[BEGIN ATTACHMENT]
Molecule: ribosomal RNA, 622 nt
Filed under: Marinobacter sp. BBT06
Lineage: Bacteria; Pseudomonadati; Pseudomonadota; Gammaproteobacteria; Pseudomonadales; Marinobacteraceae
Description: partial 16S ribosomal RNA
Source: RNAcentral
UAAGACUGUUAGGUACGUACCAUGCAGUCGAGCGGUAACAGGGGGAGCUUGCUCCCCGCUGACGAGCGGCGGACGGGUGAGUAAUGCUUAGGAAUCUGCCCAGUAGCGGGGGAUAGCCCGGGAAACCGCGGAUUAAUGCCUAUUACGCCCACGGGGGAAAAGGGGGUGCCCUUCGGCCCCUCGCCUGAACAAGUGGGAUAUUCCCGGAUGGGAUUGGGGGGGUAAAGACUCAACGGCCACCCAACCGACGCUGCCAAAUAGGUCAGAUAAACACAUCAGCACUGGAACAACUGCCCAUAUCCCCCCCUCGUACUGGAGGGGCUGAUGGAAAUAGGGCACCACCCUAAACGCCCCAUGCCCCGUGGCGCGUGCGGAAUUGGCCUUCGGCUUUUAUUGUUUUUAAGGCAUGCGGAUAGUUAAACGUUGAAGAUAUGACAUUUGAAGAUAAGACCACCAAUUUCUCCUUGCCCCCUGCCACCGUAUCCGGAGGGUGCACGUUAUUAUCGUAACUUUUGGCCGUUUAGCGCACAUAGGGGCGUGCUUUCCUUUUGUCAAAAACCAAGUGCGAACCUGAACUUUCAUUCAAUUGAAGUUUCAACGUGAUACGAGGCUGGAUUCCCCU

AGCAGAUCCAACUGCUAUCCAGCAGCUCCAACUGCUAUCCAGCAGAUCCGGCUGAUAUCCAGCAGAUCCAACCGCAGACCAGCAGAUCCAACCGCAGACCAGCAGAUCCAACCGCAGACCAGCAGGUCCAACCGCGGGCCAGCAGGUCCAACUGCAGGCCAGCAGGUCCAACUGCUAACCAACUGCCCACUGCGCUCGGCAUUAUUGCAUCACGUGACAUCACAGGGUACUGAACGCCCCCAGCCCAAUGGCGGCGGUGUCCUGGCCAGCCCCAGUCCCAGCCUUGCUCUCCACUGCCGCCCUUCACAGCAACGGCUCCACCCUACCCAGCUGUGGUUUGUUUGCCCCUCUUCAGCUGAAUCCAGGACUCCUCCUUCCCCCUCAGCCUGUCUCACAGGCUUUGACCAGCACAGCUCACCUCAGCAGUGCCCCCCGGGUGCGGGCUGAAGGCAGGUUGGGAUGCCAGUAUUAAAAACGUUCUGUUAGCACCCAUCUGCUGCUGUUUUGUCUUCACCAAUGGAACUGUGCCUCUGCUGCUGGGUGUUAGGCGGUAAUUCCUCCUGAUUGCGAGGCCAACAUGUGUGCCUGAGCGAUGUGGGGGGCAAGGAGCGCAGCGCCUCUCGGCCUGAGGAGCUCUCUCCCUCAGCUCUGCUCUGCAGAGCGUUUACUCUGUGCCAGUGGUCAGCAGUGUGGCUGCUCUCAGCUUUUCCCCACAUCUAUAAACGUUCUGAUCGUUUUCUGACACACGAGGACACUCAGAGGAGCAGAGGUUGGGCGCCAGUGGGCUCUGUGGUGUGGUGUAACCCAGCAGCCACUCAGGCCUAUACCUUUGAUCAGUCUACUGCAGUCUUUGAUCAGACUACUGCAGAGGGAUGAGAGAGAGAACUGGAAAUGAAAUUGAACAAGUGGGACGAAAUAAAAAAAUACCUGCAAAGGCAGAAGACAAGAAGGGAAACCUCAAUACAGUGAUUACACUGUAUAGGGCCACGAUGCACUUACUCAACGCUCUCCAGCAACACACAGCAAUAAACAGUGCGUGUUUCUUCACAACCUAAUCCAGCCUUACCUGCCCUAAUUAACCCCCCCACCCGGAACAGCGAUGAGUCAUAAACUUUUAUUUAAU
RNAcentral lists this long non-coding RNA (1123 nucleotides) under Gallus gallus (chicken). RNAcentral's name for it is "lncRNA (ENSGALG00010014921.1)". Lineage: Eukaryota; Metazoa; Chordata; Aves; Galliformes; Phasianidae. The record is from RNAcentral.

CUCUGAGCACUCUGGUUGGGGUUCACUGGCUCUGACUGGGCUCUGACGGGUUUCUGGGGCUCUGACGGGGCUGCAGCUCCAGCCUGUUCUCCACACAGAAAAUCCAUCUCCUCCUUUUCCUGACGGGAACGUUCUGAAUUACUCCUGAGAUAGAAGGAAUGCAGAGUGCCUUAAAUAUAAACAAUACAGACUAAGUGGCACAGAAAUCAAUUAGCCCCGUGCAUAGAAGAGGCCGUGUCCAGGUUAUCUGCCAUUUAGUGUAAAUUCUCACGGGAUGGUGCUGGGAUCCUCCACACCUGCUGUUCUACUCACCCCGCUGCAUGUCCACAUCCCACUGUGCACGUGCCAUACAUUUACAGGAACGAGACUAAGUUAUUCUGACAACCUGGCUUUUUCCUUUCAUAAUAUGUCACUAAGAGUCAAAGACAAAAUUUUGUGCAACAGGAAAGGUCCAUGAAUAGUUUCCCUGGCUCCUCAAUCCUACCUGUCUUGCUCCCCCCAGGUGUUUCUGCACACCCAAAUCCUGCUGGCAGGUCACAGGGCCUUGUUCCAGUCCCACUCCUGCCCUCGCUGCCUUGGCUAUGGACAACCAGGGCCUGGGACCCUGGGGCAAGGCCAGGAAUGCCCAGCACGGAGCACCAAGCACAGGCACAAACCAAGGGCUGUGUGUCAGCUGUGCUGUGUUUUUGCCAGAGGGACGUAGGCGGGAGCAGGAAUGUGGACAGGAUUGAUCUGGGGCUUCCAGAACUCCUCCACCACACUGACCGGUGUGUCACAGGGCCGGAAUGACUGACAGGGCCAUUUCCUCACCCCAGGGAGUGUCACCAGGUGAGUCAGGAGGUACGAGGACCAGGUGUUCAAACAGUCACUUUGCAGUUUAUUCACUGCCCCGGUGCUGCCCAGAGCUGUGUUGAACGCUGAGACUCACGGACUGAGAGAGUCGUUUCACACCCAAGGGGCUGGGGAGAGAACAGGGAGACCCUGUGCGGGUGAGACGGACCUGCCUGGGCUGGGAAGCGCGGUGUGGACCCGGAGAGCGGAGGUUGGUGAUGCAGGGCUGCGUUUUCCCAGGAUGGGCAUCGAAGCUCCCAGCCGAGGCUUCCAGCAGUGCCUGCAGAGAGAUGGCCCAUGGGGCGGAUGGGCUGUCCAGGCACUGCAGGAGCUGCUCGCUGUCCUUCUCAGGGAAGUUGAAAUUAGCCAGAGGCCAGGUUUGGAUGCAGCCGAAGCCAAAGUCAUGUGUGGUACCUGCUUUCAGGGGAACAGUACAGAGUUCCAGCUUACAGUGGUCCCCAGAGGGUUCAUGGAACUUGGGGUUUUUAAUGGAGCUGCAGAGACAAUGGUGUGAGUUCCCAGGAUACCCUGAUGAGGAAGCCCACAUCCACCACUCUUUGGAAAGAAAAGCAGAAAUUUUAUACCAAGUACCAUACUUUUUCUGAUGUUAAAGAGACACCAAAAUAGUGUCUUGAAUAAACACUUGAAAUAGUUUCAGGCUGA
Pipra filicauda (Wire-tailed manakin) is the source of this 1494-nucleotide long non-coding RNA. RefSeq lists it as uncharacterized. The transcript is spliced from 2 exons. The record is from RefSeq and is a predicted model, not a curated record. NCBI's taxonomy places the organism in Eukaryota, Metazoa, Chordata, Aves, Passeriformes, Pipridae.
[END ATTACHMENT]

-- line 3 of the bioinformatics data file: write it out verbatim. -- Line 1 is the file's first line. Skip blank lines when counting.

Lineage: Bacteria; Pseudomonadati; Pseudomonadota; Gammaproteobacteria; Pseudomonadales; Marinobacteraceae